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Is Your Child's Toy Safe?

By: Lindsay Puccio
By: Lindsay Puccio

November 22, 2005

For the 20th year in a row, the U.S. Public Interest Research Group released a survey warning parents about toy hazards

On the eve of the busiest shopping season of the year, the Public Interest Research Group is notifying parents about harmful toys. Researchers focused on four categories: toys that pose choking hazards, toys that are excessively loud, toys that pose strangulation hazards, and toys that contain toxic chemicals.

The usual balloons and yo-yo's made it on the list of this year's most dangerous toys.

"This toy wraps tightly around their children's necks [and] causes other injuries to eyes, face and head," said Alison Cassady, the Research Director for U.S. Public Interest Research Group. She held up a 'water yo-yo' as an example.

The group released a survey warning parents about these hazards. Other things on the list include noise. The group said a child's hearing can easily be damaged. Researchers point to things like toy electric guitars that appear to exceed noise standards.

"Exposure to noise at 117 decibels can cause hearing loss in 20 seconds," said Cassady.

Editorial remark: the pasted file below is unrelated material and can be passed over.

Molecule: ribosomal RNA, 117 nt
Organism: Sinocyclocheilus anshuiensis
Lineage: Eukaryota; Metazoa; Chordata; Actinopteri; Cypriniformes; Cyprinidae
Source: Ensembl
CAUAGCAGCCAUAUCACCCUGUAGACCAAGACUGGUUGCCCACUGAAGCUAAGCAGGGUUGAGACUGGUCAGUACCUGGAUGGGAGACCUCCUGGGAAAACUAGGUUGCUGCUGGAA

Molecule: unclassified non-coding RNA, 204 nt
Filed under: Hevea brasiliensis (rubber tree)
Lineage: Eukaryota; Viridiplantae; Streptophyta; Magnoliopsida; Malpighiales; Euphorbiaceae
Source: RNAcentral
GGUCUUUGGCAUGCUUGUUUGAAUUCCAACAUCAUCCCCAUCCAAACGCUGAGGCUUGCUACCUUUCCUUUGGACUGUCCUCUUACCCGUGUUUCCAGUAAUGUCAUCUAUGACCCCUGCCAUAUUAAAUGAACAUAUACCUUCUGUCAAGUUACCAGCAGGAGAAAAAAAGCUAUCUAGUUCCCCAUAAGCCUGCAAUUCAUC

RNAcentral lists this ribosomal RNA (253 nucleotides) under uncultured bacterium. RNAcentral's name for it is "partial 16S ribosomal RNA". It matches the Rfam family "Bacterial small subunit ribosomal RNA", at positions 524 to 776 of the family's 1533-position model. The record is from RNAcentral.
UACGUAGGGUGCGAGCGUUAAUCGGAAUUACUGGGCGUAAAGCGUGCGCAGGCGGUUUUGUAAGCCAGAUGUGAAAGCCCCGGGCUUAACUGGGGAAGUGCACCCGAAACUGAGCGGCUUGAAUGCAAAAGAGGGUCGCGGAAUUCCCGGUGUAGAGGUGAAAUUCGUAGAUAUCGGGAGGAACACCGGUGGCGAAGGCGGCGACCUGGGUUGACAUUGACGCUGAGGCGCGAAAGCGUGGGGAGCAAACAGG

Also, testing revealed that some toys that were labeled as 'non-toxic,' actually contained chemicals. Experts said there aren't enough chemicals in the toys to pose a serious threat but, these are just some of the potential hazards that parents can avoid.

"That's the way to prevent it, hands down," said Dr. Rob Trundle, of the Pediatric Associates of Charlottesville.

Dr. Trundle, is a local pediatrician, who feels there is no substitute for adult supervision.

"It becomes a parental responsibility whether or not you're going to bring this into your home and if you do, are you going to supervise your child while they're doing it?" said Dr. Trundle.

Before making any purchase, the consumer group and physicians advises parents to examine all toys carefully and look for potential dangers. Doctors urge parents to do a choke test to make sure those toys are right for your child by using an ordinary toilet paper roll. If a toy can fit through the roll, it is not suitable for a child under three years old.

Last year alone, the Product Safety Commission reported the death of 16 children, and more than 200,000 emergency room visits from toy-related incidents.


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